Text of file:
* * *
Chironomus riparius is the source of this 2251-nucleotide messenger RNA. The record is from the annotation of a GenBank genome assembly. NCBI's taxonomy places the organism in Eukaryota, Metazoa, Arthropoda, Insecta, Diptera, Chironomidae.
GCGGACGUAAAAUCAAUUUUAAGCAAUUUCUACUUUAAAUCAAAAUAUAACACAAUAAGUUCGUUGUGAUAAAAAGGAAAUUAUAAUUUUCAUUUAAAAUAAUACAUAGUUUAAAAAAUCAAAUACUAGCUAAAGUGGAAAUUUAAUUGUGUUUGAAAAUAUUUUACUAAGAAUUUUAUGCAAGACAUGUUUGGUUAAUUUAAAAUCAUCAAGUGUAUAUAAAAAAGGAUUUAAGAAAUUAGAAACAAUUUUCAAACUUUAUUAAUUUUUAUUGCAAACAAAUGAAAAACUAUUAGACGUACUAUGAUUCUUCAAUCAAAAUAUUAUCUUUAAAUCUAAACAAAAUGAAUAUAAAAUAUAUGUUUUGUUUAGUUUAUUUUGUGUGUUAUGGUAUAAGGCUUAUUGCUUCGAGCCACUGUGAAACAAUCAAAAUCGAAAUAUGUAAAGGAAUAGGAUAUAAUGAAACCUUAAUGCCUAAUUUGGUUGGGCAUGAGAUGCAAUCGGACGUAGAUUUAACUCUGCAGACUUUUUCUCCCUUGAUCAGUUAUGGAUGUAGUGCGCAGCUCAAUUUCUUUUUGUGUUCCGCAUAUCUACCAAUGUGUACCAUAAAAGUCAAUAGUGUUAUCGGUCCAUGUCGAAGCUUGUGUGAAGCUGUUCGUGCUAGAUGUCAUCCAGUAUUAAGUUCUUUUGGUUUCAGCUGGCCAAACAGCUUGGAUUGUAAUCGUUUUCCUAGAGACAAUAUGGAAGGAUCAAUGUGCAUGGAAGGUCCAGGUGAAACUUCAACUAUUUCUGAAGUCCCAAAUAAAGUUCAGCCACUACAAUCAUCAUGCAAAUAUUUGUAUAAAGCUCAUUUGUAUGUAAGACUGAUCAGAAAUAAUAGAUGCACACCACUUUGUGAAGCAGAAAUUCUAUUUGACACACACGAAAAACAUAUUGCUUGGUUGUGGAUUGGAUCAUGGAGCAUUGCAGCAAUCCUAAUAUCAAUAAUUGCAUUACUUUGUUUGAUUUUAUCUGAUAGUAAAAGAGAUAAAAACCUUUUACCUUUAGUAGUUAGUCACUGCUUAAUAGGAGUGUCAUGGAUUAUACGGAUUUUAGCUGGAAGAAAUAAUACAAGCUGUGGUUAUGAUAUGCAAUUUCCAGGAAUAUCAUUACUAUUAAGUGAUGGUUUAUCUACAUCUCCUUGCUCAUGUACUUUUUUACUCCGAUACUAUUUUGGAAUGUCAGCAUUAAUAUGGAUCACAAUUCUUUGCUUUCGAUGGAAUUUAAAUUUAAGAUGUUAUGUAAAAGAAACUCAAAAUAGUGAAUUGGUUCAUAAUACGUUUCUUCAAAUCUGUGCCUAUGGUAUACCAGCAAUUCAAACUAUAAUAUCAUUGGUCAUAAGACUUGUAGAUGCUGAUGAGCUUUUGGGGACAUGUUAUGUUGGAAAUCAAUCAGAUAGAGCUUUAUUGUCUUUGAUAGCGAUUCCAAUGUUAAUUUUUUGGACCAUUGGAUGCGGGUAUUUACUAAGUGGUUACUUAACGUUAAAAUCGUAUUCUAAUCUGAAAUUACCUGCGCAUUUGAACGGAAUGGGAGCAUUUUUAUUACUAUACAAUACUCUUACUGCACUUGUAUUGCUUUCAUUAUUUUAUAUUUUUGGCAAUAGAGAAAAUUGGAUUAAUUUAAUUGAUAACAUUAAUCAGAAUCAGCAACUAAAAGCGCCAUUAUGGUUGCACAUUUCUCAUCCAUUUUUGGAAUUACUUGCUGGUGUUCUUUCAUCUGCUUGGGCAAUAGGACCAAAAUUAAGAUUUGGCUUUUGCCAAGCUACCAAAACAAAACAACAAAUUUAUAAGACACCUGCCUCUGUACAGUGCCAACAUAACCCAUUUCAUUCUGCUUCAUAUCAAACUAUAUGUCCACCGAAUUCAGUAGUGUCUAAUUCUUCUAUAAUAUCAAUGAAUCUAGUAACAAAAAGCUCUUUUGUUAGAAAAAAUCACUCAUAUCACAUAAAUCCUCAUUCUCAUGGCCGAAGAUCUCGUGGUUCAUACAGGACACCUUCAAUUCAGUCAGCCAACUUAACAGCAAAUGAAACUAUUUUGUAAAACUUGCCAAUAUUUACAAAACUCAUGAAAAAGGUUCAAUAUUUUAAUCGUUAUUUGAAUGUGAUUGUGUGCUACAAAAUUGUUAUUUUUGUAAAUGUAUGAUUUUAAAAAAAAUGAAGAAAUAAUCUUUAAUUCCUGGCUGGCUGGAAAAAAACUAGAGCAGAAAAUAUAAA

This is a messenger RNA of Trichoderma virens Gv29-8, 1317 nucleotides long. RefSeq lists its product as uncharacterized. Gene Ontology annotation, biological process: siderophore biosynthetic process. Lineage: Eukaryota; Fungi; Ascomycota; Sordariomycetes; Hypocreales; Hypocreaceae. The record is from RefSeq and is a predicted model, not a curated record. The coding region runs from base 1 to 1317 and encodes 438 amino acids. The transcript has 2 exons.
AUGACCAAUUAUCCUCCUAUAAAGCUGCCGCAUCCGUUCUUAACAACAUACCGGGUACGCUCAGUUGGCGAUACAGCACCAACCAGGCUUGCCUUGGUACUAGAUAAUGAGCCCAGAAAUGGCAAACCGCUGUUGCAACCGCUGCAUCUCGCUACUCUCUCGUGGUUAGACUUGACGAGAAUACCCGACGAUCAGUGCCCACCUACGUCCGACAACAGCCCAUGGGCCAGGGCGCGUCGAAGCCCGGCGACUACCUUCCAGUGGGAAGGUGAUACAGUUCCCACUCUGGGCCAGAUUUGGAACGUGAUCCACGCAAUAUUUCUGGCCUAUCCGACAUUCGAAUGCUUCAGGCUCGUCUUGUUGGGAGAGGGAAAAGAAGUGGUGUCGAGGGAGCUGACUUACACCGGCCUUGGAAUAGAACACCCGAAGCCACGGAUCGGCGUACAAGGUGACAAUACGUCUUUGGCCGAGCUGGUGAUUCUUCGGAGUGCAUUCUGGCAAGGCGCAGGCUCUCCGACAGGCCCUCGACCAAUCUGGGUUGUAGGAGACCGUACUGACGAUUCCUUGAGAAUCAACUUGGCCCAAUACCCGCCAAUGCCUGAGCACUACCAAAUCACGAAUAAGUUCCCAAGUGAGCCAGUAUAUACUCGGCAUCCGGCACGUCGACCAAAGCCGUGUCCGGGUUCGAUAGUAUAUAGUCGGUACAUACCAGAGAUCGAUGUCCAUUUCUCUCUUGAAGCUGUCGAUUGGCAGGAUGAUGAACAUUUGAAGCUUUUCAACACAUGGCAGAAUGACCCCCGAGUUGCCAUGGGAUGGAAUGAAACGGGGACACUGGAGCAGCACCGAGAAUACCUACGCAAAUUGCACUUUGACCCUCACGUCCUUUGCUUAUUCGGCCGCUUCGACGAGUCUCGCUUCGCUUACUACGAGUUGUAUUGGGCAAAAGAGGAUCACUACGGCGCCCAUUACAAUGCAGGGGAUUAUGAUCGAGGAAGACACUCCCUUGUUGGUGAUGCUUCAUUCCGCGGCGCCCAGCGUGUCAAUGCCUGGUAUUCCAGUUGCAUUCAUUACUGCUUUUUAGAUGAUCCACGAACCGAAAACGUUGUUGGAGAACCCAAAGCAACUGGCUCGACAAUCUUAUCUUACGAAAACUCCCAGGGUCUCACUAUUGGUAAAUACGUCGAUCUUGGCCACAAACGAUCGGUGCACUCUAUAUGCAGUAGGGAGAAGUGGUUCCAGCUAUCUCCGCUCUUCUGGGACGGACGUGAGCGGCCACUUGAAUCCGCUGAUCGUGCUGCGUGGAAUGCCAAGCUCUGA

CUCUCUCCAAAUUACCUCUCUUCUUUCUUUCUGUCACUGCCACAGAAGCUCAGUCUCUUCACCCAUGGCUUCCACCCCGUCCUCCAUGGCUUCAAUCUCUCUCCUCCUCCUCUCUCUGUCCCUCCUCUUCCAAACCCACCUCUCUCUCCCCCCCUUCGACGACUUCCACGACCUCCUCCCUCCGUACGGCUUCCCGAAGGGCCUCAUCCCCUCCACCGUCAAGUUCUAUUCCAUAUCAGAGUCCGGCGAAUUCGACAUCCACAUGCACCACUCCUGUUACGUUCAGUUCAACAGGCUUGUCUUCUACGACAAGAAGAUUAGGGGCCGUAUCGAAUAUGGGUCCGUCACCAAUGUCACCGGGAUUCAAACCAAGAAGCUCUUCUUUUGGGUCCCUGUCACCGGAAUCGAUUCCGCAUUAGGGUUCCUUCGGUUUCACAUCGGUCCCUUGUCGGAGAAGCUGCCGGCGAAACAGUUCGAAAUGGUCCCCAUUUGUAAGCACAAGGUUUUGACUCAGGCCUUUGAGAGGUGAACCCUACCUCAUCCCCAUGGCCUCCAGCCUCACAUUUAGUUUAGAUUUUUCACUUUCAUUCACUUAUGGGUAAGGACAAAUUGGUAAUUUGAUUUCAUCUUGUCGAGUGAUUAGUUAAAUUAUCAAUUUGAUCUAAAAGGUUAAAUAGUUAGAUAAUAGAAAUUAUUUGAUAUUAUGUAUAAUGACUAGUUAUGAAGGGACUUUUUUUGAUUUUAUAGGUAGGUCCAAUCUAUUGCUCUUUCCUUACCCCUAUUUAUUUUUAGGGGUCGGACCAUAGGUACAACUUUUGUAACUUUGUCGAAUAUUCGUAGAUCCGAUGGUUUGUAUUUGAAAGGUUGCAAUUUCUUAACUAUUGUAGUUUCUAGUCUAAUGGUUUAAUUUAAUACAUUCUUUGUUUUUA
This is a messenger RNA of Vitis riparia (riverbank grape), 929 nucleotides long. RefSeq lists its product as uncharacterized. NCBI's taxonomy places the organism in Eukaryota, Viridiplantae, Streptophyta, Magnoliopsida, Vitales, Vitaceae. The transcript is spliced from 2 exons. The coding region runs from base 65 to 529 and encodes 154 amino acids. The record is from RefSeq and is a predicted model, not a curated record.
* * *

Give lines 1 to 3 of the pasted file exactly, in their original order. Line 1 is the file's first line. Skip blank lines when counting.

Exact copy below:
Chironomus riparius is the source of this 2251-nucleotide messenger RNA. The record is from the annotation of a GenBank genome assembly. NCBI's taxonomy places the organism in Eukaryota, Metazoa, Arthropoda, Insecta, Diptera, Chironomidae.
GCGGACGUAAAAUCAAUUUUAAGCAAUUUCUACUUUAAAUCAAAAUAUAACACAAUAAGUUCGUUGUGAUAAAAAGGAAAUUAUAAUUUUCAUUUAAAAUAAUACAUAGUUUAAAAAAUCAAAUACUAGCUAAAGUGGAAAUUUAAUUGUGUUUGAAAAUAUUUUACUAAGAAUUUUAUGCAAGACAUGUUUGGUUAAUUUAAAAUCAUCAAGUGUAUAUAAAAAAGGAUUUAAGAAAUUAGAAACAAUUUUCAAACUUUAUUAAUUUUUAUUGCAAACAAAUGAAAAACUAUUAGACGUACUAUGAUUCUUCAAUCAAAAUAUUAUCUUUAAAUCUAAACAAAAUGAAUAUAAAAUAUAUGUUUUGUUUAGUUUAUUUUGUGUGUUAUGGUAUAAGGCUUAUUGCUUCGAGCCACUGUGAAACAAUCAAAAUCGAAAUAUGUAAAGGAAUAGGAUAUAAUGAAACCUUAAUGCCUAAUUUGGUUGGGCAUGAGAUGCAAUCGGACGUAGAUUUAACUCUGCAGACUUUUUCUCCCUUGAUCAGUUAUGGAUGUAGUGCGCAGCUCAAUUUCUUUUUGUGUUCCGCAUAUCUACCAAUGUGUACCAUAAAAGUCAAUAGUGUUAUCGGUCCAUGUCGAAGCUUGUGUGAAGCUGUUCGUGCUAGAUGUCAUCCAGUAUUAAGUUCUUUUGGUUUCAGCUGGCCAAACAGCUUGGAUUGUAAUCGUUUUCCUAGAGACAAUAUGGAAGGAUCAAUGUGCAUGGAAGGUCCAGGUGAAACUUCAACUAUUUCUGAAGUCCCAAAUAAAGUUCAGCCACUACAAUCAUCAUGCAAAUAUUUGUAUAAAGCUCAUUUGUAUGUAAGACUGAUCAGAAAUAAUAGAUGCACACCACUUUGUGAAGCAGAAAUUCUAUUUGACACACACGAAAAACAUAUUGCUUGGUUGUGGAUUGGAUCAUGGAGCAUUGCAGCAAUCCUAAUAUCAAUAAUUGCAUUACUUUGUUUGAUUUUAUCUGAUAGUAAAAGAGAUAAAAACCUUUUACCUUUAGUAGUUAGUCACUGCUUAAUAGGAGUGUCAUGGAUUAUACGGAUUUUAGCUGGAAGAAAUAAUACAAGCUGUGGUUAUGAUAUGCAAUUUCCAGGAAUAUCAUUACUAUUAAGUGAUGGUUUAUCUACAUCUCCUUGCUCAUGUACUUUUUUACUCCGAUACUAUUUUGGAAUGUCAGCAUUAAUAUGGAUCACAAUUCUUUGCUUUCGAUGGAAUUUAAAUUUAAGAUGUUAUGUAAAAGAAACUCAAAAUAGUGAAUUGGUUCAUAAUACGUUUCUUCAAAUCUGUGCCUAUGGUAUACCAGCAAUUCAAACUAUAAUAUCAUUGGUCAUAAGACUUGUAGAUGCUGAUGAGCUUUUGGGGACAUGUUAUGUUGGAAAUCAAUCAGAUAGAGCUUUAUUGUCUUUGAUAGCGAUUCCAAUGUUAAUUUUUUGGACCAUUGGAUGCGGGUAUUUACUAAGUGGUUACUUAACGUUAAAAUCGUAUUCUAAUCUGAAAUUACCUGCGCAUUUGAACGGAAUGGGAGCAUUUUUAUUACUAUACAAUACUCUUACUGCACUUGUAUUGCUUUCAUUAUUUUAUAUUUUUGGCAAUAGAGAAAAUUGGAUUAAUUUAAUUGAUAACAUUAAUCAGAAUCAGCAACUAAAAGCGCCAUUAUGGUUGCACAUUUCUCAUCCAUUUUUGGAAUUACUUGCUGGUGUUCUUUCAUCUGCUUGGGCAAUAGGACCAAAAUUAAGAUUUGGCUUUUGCCAAGCUACCAAAACAAAACAACAAAUUUAUAAGACACCUGCCUCUGUACAGUGCCAACAUAACCCAUUUCAUUCUGCUUCAUAUCAAACUAUAUGUCCACCGAAUUCAGUAGUGUCUAAUUCUUCUAUAAUAUCAAUGAAUCUAGUAACAAAAAGCUCUUUUGUUAGAAAAAAUCACUCAUAUCACAUAAAUCCUCAUUCUCAUGGCCGAAGAUCUCGUGGUUCAUACAGGACACCUUCAAUUCAGUCAGCCAACUUAACAGCAAAUGAAACUAUUUUGUAAAACUUGCCAAUAUUUACAAAACUCAUGAAAAAGGUUCAAUAUUUUAAUCGUUAUUUGAAUGUGAUUGUGUGCUACAAAAUUGUUAUUUUUGUAAAUGUAUGAUUUUAAAAAAAAUGAAGAAAUAAUCUUUAAUUCCUGGCUGGCUGGAAAAAAACUAGAGCAGAAAAUAUAAA

This is a messenger RNA of Trichoderma virens Gv29-8, 1317 nucleotides long. RefSeq lists its product as uncharacterized. Gene Ontology annotation, biological process: siderophore biosynthetic process. Lineage: Eukaryota; Fungi; Ascomycota; Sordariomycetes; Hypocreales; Hypocreaceae. The record is from RefSeq and is a predicted model, not a curated record. The coding region runs from base 1 to 1317 and encodes 438 amino acids. The transcript has 2 exons.